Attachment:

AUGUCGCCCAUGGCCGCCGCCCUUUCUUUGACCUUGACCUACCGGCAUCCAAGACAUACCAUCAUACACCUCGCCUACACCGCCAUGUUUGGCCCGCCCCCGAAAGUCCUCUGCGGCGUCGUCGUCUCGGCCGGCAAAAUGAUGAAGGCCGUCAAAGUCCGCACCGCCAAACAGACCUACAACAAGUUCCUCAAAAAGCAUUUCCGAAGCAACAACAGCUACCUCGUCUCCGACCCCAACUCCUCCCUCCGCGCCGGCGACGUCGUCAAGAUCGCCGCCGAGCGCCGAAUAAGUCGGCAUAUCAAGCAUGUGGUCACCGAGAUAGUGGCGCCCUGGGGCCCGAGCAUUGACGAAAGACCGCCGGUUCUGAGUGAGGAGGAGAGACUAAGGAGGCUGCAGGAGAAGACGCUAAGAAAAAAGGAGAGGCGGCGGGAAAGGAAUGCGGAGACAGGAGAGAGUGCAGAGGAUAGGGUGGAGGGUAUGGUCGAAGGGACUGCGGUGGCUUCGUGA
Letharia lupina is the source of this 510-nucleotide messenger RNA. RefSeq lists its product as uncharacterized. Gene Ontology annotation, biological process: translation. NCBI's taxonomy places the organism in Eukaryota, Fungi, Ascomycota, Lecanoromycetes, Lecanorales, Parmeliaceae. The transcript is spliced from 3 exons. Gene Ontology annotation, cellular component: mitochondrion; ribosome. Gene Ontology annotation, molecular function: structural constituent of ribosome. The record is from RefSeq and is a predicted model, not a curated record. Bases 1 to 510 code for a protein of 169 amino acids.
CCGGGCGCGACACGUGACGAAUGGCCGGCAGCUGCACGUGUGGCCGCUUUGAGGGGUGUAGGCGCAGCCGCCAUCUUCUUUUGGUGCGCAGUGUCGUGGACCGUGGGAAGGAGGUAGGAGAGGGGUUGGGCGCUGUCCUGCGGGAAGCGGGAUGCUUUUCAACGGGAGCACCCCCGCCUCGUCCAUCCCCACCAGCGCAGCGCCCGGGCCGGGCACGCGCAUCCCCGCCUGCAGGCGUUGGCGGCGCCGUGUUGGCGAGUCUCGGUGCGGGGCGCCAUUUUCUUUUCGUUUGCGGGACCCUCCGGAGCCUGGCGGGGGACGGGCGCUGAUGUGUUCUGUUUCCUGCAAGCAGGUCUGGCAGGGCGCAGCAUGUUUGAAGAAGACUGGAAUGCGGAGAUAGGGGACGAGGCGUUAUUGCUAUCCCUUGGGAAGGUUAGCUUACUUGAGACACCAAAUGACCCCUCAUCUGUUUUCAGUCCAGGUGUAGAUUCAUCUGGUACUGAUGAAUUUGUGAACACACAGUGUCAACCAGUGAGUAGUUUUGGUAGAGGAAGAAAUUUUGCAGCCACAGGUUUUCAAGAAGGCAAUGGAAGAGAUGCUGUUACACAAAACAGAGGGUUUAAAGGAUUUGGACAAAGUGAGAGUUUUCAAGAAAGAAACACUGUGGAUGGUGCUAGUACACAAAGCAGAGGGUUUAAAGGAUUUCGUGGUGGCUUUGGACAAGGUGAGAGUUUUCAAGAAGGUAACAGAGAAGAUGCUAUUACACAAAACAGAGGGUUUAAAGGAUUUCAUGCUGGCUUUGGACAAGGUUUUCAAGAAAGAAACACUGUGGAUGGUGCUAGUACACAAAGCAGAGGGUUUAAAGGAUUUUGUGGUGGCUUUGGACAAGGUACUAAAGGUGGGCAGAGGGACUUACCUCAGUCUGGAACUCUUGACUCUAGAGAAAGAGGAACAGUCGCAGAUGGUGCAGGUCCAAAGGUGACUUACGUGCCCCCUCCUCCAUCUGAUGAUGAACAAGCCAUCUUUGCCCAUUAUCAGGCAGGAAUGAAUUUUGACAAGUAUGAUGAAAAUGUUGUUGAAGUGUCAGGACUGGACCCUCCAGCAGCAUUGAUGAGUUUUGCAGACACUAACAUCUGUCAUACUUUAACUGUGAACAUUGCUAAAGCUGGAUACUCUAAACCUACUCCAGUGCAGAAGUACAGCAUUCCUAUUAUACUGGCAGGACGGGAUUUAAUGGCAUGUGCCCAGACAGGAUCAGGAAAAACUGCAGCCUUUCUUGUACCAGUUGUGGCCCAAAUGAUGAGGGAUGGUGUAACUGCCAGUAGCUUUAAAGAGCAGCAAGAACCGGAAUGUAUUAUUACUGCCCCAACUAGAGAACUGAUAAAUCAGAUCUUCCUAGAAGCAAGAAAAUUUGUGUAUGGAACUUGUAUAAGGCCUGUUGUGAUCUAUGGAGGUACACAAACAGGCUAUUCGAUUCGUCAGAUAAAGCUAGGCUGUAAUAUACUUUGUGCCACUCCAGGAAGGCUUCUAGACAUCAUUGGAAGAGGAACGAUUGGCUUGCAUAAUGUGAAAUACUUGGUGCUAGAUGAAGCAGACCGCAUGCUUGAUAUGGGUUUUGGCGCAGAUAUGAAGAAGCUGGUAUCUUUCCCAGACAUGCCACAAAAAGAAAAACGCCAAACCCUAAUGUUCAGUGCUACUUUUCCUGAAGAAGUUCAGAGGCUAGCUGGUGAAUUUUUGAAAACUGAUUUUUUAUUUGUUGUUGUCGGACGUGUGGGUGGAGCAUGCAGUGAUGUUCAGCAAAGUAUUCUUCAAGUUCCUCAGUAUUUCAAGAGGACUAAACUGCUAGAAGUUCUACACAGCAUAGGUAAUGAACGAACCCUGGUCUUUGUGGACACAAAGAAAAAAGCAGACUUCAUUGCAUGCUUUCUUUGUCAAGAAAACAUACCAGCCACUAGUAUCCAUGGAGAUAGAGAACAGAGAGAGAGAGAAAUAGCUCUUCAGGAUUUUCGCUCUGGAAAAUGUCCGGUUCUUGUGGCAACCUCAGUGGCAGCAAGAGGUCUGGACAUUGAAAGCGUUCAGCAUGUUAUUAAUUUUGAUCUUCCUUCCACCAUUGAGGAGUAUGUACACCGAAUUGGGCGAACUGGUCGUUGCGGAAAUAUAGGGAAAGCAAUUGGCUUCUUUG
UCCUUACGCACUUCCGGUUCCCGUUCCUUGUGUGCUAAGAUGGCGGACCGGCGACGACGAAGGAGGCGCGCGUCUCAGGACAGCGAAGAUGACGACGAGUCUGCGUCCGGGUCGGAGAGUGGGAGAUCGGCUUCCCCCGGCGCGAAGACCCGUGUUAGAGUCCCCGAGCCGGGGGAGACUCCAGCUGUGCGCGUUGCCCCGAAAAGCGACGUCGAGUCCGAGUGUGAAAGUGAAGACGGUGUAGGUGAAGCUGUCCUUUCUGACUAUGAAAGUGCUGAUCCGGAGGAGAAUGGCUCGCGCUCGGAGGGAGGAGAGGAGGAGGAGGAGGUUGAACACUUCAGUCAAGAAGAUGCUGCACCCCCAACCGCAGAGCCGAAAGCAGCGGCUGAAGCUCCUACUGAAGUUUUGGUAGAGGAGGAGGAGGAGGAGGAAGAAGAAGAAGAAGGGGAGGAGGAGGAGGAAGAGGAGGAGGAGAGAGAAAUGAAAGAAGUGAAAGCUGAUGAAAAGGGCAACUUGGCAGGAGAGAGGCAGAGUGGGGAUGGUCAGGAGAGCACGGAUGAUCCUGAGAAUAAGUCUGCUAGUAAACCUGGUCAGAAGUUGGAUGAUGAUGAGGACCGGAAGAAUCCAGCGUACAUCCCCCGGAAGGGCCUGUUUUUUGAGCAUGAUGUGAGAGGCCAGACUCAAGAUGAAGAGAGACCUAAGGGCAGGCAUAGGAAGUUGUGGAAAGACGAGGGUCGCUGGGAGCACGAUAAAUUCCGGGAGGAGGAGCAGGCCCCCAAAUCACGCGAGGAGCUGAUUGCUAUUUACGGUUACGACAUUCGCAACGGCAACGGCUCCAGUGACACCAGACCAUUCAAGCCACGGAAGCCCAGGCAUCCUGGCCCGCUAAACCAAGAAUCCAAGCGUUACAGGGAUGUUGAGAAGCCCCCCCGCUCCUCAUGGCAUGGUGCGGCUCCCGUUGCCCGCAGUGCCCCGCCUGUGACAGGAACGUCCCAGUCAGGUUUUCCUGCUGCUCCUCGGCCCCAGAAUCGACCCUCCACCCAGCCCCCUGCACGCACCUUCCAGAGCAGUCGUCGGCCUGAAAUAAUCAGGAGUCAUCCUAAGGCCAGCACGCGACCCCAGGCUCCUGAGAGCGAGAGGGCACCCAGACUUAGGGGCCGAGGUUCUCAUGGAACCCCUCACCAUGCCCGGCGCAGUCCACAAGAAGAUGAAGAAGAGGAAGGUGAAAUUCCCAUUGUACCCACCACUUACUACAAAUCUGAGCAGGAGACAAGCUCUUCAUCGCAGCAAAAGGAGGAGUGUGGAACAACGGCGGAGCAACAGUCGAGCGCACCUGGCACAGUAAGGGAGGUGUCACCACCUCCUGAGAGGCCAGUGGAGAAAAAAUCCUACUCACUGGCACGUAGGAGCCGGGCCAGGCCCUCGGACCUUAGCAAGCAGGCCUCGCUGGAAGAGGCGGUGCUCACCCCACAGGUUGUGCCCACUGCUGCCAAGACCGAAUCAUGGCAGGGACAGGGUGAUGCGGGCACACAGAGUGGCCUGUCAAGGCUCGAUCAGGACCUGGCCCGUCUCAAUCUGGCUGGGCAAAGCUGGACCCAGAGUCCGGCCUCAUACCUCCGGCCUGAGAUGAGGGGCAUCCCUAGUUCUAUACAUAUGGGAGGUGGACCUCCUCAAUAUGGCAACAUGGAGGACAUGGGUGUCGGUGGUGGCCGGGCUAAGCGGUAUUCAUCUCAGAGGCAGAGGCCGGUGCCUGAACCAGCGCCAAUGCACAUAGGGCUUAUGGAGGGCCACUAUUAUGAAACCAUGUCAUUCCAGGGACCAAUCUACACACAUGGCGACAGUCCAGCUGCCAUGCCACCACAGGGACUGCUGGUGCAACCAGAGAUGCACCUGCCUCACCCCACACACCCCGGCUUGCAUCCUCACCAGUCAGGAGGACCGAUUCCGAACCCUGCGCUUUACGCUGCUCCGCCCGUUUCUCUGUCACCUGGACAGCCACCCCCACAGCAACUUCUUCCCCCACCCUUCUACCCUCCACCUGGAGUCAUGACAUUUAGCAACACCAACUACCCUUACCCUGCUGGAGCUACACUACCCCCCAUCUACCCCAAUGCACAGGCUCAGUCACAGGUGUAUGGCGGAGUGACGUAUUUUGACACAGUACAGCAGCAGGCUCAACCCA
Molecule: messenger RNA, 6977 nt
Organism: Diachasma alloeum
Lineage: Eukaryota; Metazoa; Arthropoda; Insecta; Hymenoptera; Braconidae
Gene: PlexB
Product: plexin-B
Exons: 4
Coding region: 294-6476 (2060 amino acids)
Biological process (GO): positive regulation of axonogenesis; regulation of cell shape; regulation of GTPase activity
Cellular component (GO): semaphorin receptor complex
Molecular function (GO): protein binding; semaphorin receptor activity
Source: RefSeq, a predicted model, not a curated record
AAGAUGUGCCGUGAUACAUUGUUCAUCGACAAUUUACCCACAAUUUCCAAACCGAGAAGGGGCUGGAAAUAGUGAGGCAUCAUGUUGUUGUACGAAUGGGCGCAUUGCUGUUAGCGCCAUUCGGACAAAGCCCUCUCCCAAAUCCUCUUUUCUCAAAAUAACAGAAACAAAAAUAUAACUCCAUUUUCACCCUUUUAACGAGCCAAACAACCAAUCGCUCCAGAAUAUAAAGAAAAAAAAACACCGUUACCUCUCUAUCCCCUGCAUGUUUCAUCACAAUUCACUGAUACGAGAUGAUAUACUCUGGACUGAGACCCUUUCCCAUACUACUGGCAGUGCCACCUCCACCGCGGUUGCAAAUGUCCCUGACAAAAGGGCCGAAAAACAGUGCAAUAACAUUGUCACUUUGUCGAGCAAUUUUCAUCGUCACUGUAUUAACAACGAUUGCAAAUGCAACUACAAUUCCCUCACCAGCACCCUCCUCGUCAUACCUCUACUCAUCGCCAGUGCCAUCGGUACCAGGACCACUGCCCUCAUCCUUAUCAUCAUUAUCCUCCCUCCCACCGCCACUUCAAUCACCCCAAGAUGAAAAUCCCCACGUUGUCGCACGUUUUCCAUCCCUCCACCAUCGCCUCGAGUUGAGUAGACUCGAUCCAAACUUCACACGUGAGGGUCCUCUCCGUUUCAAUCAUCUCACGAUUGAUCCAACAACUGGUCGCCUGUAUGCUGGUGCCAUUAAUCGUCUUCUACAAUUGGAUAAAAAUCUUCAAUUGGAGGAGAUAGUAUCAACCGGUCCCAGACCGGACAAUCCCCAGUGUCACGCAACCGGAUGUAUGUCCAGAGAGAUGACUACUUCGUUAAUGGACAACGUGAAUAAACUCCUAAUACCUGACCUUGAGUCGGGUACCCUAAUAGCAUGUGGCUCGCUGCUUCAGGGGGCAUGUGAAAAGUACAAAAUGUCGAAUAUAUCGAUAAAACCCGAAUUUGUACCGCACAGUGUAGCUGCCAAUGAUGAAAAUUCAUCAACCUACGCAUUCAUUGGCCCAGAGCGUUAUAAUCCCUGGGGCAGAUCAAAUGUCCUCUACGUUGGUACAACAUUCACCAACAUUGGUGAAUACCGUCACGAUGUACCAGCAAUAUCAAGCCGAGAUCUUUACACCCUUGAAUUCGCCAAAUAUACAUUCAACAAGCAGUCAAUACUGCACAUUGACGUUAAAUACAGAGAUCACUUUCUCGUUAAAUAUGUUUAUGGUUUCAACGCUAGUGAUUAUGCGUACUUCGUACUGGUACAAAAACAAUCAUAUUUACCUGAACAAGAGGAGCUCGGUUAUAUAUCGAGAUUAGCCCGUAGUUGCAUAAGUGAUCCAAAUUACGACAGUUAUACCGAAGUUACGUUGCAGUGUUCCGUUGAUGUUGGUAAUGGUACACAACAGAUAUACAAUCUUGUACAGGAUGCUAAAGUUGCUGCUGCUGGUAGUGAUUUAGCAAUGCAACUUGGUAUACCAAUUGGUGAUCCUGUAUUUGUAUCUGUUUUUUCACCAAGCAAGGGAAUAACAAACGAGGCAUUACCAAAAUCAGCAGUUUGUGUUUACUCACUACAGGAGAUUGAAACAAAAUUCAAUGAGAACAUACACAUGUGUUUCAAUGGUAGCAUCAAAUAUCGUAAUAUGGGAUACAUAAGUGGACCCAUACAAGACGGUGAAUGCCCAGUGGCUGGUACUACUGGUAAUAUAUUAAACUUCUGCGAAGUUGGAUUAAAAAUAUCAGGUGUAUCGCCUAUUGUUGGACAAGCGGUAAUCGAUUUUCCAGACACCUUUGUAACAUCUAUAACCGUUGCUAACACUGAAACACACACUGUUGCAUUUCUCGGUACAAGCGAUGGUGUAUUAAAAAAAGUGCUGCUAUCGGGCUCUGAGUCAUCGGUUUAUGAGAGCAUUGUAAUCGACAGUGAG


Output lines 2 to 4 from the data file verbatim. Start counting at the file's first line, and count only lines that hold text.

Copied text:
Letharia lupina is the source of this 510-nucleotide messenger RNA. RefSeq lists its product as uncharacterized. Gene Ontology annotation, biological process: translation. NCBI's taxonomy places the organism in Eukaryota, Fungi, Ascomycota, Lecanoromycetes, Lecanorales, Parmeliaceae. The transcript is spliced from 3 exons. Gene Ontology annotation, cellular component: mitochondrion; ribosome. Gene Ontology annotation, molecular function: structural constituent of ribosome. The record is from RefSeq and is a predicted model, not a curated record. Bases 1 to 510 code for a protein of 169 amino acids.
CCGGGCGCGACACGUGACGAAUGGCCGGCAGCUGCACGUGUGGCCGCUUUGAGGGGUGUAGGCGCAGCCGCCAUCUUCUUUUGGUGCGCAGUGUCGUGGACCGUGGGAAGGAGGUAGGAGAGGGGUUGGGCGCUGUCCUGCGGGAAGCGGGAUGCUUUUCAACGGGAGCACCCCCGCCUCGUCCAUCCCCACCAGCGCAGCGCCCGGGCCGGGCACGCGCAUCCCCGCCUGCAGGCGUUGGCGGCGCCGUGUUGGCGAGUCUCGGUGCGGGGCGCCAUUUUCUUUUCGUUUGCGGGACCCUCCGGAGCCUGGCGGGGGACGGGCGCUGAUGUGUUCUGUUUCCUGCAAGCAGGUCUGGCAGGGCGCAGCAUGUUUGAAGAAGACUGGAAUGCGGAGAUAGGGGACGAGGCGUUAUUGCUAUCCCUUGGGAAGGUUAGCUUACUUGAGACACCAAAUGACCCCUCAUCUGUUUUCAGUCCAGGUGUAGAUUCAUCUGGUACUGAUGAAUUUGUGAACACACAGUGUCAACCAGUGAGUAGUUUUGGUAGAGGAAGAAAUUUUGCAGCCACAGGUUUUCAAGAAGGCAAUGGAAGAGAUGCUGUUACACAAAACAGAGGGUUUAAAGGAUUUGGACAAAGUGAGAGUUUUCAAGAAAGAAACACUGUGGAUGGUGCUAGUACACAAAGCAGAGGGUUUAAAGGAUUUCGUGGUGGCUUUGGACAAGGUGAGAGUUUUCAAGAAGGUAACAGAGAAGAUGCUAUUACACAAAACAGAGGGUUUAAAGGAUUUCAUGCUGGCUUUGGACAAGGUUUUCAAGAAAGAAACACUGUGGAUGGUGCUAGUACACAAAGCAGAGGGUUUAAAGGAUUUUGUGGUGGCUUUGGACAAGGUACUAAAGGUGGGCAGAGGGACUUACCUCAGUCUGGAACUCUUGACUCUAGAGAAAGAGGAACAGUCGCAGAUGGUGCAGGUCCAAAGGUGACUUACGUGCCCCCUCCUCCAUCUGAUGAUGAACAAGCCAUCUUUGCCCAUUAUCAGGCAGGAAUGAAUUUUGACAAGUAUGAUGAAAAUGUUGUUGAAGUGUCAGGACUGGACCCUCCAGCAGCAUUGAUGAGUUUUGCAGACACUAACAUCUGUCAUACUUUAACUGUGAACAUUGCUAAAGCUGGAUACUCUAAACCUACUCCAGUGCAGAAGUACAGCAUUCCUAUUAUACUGGCAGGACGGGAUUUAAUGGCAUGUGCCCAGACAGGAUCAGGAAAAACUGCAGCCUUUCUUGUACCAGUUGUGGCCCAAAUGAUGAGGGAUGGUGUAACUGCCAGUAGCUUUAAAGAGCAGCAAGAACCGGAAUGUAUUAUUACUGCCCCAACUAGAGAACUGAUAAAUCAGAUCUUCCUAGAAGCAAGAAAAUUUGUGUAUGGAACUUGUAUAAGGCCUGUUGUGAUCUAUGGAGGUACACAAACAGGCUAUUCGAUUCGUCAGAUAAAGCUAGGCUGUAAUAUACUUUGUGCCACUCCAGGAAGGCUUCUAGACAUCAUUGGAAGAGGAACGAUUGGCUUGCAUAAUGUGAAAUACUUGGUGCUAGAUGAAGCAGACCGCAUGCUUGAUAUGGGUUUUGGCGCAGAUAUGAAGAAGCUGGUAUCUUUCCCAGACAUGCCACAAAAAGAAAAACGCCAAACCCUAAUGUUCAGUGCUACUUUUCCUGAAGAAGUUCAGAGGCUAGCUGGUGAAUUUUUGAAAACUGAUUUUUUAUUUGUUGUUGUCGGACGUGUGGGUGGAGCAUGCAGUGAUGUUCAGCAAAGUAUUCUUCAAGUUCCUCAGUAUUUCAAGAGGACUAAACUGCUAGAAGUUCUACACAGCAUAGGUAAUGAACGAACCCUGGUCUUUGUGGACACAAAGAAAAAAGCAGACUUCAUUGCAUGCUUUCUUUGUCAAGAAAACAUACCAGCCACUAGUAUCCAUGGAGAUAGAGAACAGAGAGAGAGAGAAAUAGCUCUUCAGGAUUUUCGCUCUGGAAAAUGUCCGGUUCUUGUGGCAACCUCAGUGGCAGCAAGAGGUCUGGACAUUGAAAGCGUUCAGCAUGUUAUUAAUUUUGAUCUUCCUUCCACCAUUGAGGAGUAUGUACACCGAAUUGGGCGAACUGGUCGUUGCGGAAAUAUAGGGAAAGCAAUUGGCUUCUUUG
UCCUUACGCACUUCCGGUUCCCGUUCCUUGUGUGCUAAGAUGGCGGACCGGCGACGACGAAGGAGGCGCGCGUCUCAGGACAGCGAAGAUGACGACGAGUCUGCGUCCGGGUCGGAGAGUGGGAGAUCGGCUUCCCCCGGCGCGAAGACCCGUGUUAGAGUCCCCGAGCCGGGGGAGACUCCAGCUGUGCGCGUUGCCCCGAAAAGCGACGUCGAGUCCGAGUGUGAAAGUGAAGACGGUGUAGGUGAAGCUGUCCUUUCUGACUAUGAAAGUGCUGAUCCGGAGGAGAAUGGCUCGCGCUCGGAGGGAGGAGAGGAGGAGGAGGAGGUUGAACACUUCAGUCAAGAAGAUGCUGCACCCCCAACCGCAGAGCCGAAAGCAGCGGCUGAAGCUCCUACUGAAGUUUUGGUAGAGGAGGAGGAGGAGGAGGAAGAAGAAGAAGAAGGGGAGGAGGAGGAGGAAGAGGAGGAGGAGAGAGAAAUGAAAGAAGUGAAAGCUGAUGAAAAGGGCAACUUGGCAGGAGAGAGGCAGAGUGGGGAUGGUCAGGAGAGCACGGAUGAUCCUGAGAAUAAGUCUGCUAGUAAACCUGGUCAGAAGUUGGAUGAUGAUGAGGACCGGAAGAAUCCAGCGUACAUCCCCCGGAAGGGCCUGUUUUUUGAGCAUGAUGUGAGAGGCCAGACUCAAGAUGAAGAGAGACCUAAGGGCAGGCAUAGGAAGUUGUGGAAAGACGAGGGUCGCUGGGAGCACGAUAAAUUCCGGGAGGAGGAGCAGGCCCCCAAAUCACGCGAGGAGCUGAUUGCUAUUUACGGUUACGACAUUCGCAACGGCAACGGCUCCAGUGACACCAGACCAUUCAAGCCACGGAAGCCCAGGCAUCCUGGCCCGCUAAACCAAGAAUCCAAGCGUUACAGGGAUGUUGAGAAGCCCCCCCGCUCCUCAUGGCAUGGUGCGGCUCCCGUUGCCCGCAGUGCCCCGCCUGUGACAGGAACGUCCCAGUCAGGUUUUCCUGCUGCUCCUCGGCCCCAGAAUCGACCCUCCACCCAGCCCCCUGCACGCACCUUCCAGAGCAGUCGUCGGCCUGAAAUAAUCAGGAGUCAUCCUAAGGCCAGCACGCGACCCCAGGCUCCUGAGAGCGAGAGGGCACCCAGACUUAGGGGCCGAGGUUCUCAUGGAACCCCUCACCAUGCCCGGCGCAGUCCACAAGAAGAUGAAGAAGAGGAAGGUGAAAUUCCCAUUGUACCCACCACUUACUACAAAUCUGAGCAGGAGACAAGCUCUUCAUCGCAGCAAAAGGAGGAGUGUGGAACAACGGCGGAGCAACAGUCGAGCGCACCUGGCACAGUAAGGGAGGUGUCACCACCUCCUGAGAGGCCAGUGGAGAAAAAAUCCUACUCACUGGCACGUAGGAGCCGGGCCAGGCCCUCGGACCUUAGCAAGCAGGCCUCGCUGGAAGAGGCGGUGCUCACCCCACAGGUUGUGCCCACUGCUGCCAAGACCGAAUCAUGGCAGGGACAGGGUGAUGCGGGCACACAGAGUGGCCUGUCAAGGCUCGAUCAGGACCUGGCCCGUCUCAAUCUGGCUGGGCAAAGCUGGACCCAGAGUCCGGCCUCAUACCUCCGGCCUGAGAUGAGGGGCAUCCCUAGUUCUAUACAUAUGGGAGGUGGACCUCCUCAAUAUGGCAACAUGGAGGACAUGGGUGUCGGUGGUGGCCGGGCUAAGCGGUAUUCAUCUCAGAGGCAGAGGCCGGUGCCUGAACCAGCGCCAAUGCACAUAGGGCUUAUGGAGGGCCACUAUUAUGAAACCAUGUCAUUCCAGGGACCAAUCUACACACAUGGCGACAGUCCAGCUGCCAUGCCACCACAGGGACUGCUGGUGCAACCAGAGAUGCACCUGCCUCACCCCACACACCCCGGCUUGCAUCCUCACCAGUCAGGAGGACCGAUUCCGAACCCUGCGCUUUACGCUGCUCCGCCCGUUUCUCUGUCACCUGGACAGCCACCCCCACAGCAACUUCUUCCCCCACCCUUCUACCCUCCACCUGGAGUCAUGACAUUUAGCAACACCAACUACCCUUACCCUGCUGGAGCUACACUACCCCCCAUCUACCCCAAUGCACAGGCUCAGUCACAGGUGUAUGGCGGAGUGACGUAUUUUGACACAGUACAGCAGCAGGCUCAACCCA